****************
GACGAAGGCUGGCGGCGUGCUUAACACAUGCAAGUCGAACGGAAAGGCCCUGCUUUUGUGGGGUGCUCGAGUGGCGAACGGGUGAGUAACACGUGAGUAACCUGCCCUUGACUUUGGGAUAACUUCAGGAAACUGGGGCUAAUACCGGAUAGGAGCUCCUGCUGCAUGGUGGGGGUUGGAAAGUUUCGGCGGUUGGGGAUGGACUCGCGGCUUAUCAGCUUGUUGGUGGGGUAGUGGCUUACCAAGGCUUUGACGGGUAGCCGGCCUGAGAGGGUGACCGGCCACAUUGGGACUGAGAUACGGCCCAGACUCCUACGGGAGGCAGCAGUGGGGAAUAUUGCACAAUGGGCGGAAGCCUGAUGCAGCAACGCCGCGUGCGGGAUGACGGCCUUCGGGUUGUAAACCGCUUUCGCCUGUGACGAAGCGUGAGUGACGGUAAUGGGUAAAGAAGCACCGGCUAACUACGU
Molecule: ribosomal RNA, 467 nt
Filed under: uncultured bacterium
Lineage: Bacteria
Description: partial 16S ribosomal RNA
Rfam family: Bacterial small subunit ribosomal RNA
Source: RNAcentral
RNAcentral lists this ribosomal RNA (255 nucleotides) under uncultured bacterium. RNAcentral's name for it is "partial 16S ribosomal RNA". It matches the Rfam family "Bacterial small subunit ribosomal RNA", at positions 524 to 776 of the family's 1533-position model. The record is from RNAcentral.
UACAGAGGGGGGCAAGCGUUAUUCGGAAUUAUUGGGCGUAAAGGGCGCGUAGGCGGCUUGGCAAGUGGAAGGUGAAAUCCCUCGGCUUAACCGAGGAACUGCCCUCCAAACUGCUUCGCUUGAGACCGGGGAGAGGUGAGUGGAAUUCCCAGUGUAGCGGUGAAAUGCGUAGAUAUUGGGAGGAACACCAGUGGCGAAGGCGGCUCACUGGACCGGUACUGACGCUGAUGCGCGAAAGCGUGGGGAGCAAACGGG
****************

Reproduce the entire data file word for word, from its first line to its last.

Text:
GACGAAGGCUGGCGGCGUGCUUAACACAUGCAAGUCGAACGGAAAGGCCCUGCUUUUGUGGGGUGCUCGAGUGGCGAACGGGUGAGUAACACGUGAGUAACCUGCCCUUGACUUUGGGAUAACUUCAGGAAACUGGGGCUAAUACCGGAUAGGAGCUCCUGCUGCAUGGUGGGGGUUGGAAAGUUUCGGCGGUUGGGGAUGGACUCGCGGCUUAUCAGCUUGUUGGUGGGGUAGUGGCUUACCAAGGCUUUGACGGGUAGCCGGCCUGAGAGGGUGACCGGCCACAUUGGGACUGAGAUACGGCCCAGACUCCUACGGGAGGCAGCAGUGGGGAAUAUUGCACAAUGGGCGGAAGCCUGAUGCAGCAACGCCGCGUGCGGGAUGACGGCCUUCGGGUUGUAAACCGCUUUCGCCUGUGACGAAGCGUGAGUGACGGUAAUGGGUAAAGAAGCACCGGCUAACUACGU
Molecule: ribosomal RNA, 467 nt
Filed under: uncultured bacterium
Lineage: Bacteria
Description: partial 16S ribosomal RNA
Rfam family: Bacterial small subunit ribosomal RNA
Source: RNAcentral
RNAcentral lists this ribosomal RNA (255 nucleotides) under uncultured bacterium. RNAcentral's name for it is "partial 16S ribosomal RNA". It matches the Rfam family "Bacterial small subunit ribosomal RNA", at positions 524 to 776 of the family's 1533-position model. The record is from RNAcentral.
UACAGAGGGGGGCAAGCGUUAUUCGGAAUUAUUGGGCGUAAAGGGCGCGUAGGCGGCUUGGCAAGUGGAAGGUGAAAUCCCUCGGCUUAACCGAGGAACUGCCCUCCAAACUGCUUCGCUUGAGACCGGGGAGAGGUGAGUGGAAUUCCCAGUGUAGCGGUGAAAUGCGUAGAUAUUGGGAGGAACACCAGUGGCGAAGGCGGCUCACUGGACCGGUACUGACGCUGAUGCGCGAAAGCGUGGGGAGCAAACGGG